Wednesday, December 12, 2007

I recently received an e-mail from a friend asking about teaching High School. She was asking for advice. I started by giving practical advice and then told her of the journey I've walked the first half of my year. I felt compelled to share it with those who still are faithful readers.

So, a teacher, huh? My best advice I can give is to start looking now. You are really going to want to start getting your name out now. What area are you looking in? If it's a high-populated area, then the competition is going to be tougher. Take your resume and have Tom in Career Development beef it up. Schedule several meetings with him because you want your resume to look amazing. Make sure it has a bent towards education and childcare. Start sending it out and make sure you keep track of where you sent it. I made a spreadsheet of where and when I sent it off, further communication, etc. After two weeks, call the schools back and ask if they've received your resume.

I am going to be honest with you about teaching high school. It's totally different than anything I've ever done before. I am up at the crack of dawn, at school before the sun is up, and all I hear all day is screams and much talking. As a first year teacher, I am at the bottom of the totem pole. All I hear is criticism; and I have to smile and agree. It's a constant struggle to keep up with grading and a perpetual fight to maintain control of the classroom. For the first three months, I vowed I would not be coming back next year. I hated my job, hated the hours, hated the constant fear and feel of being the lowest of the low. Then, something happened. I looked into the eyes of my students one day as I was teaching. They were Theology! They were hanging on every word. It's not like that everyday, but everyday that's what I work for. I love that this is a completely selfless job. You don't get paid squat, there's hardly any benefits, you're constantly criticized, and you literally never stop going. But, that's not why I'm doing it. I do it because the looks in my kids' eyes when I affirm them or answer a very important Theological question. I do it because I am finding fulfillment in being the lowest. In taking the kids hearts and souls in my hands I may be, through the grace of God, making sure they continue that long, arduous walk towards Heaven. I learned early on that there's a difference between a good teacher and a great teacher; the good teacher teaches, and a great teacher learns while she teaches. I have learned a great deal. I have a post-it note on my computer in my classroom that says, "Remember that you are not here for you, you are here for your children." Honestly, Cass, it's the next best thing to being a Mom. The only difference: I don't take my kids home at night.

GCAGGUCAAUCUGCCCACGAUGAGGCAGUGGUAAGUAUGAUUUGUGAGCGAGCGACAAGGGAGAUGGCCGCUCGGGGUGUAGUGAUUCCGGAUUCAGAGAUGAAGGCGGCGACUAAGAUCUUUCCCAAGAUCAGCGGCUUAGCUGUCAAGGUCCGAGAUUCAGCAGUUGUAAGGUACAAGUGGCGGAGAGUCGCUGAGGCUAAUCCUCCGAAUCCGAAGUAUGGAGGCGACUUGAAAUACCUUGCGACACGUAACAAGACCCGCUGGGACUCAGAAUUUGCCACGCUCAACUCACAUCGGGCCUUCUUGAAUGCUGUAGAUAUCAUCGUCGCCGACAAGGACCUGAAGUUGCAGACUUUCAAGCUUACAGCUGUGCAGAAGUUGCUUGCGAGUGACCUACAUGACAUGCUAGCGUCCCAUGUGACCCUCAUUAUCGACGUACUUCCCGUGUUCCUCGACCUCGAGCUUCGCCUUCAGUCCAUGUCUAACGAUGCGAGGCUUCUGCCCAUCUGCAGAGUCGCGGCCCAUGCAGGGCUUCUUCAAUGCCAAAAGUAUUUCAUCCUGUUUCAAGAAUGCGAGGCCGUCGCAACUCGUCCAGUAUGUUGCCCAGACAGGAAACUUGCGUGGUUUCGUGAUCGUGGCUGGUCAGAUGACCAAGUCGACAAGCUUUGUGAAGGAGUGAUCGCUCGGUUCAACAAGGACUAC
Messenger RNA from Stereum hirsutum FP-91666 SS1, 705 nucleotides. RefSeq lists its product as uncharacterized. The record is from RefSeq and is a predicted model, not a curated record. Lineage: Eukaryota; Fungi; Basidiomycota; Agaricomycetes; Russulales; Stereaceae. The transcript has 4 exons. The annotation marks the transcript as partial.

Sunday, December 09, 2007

"Stop worrying so much!"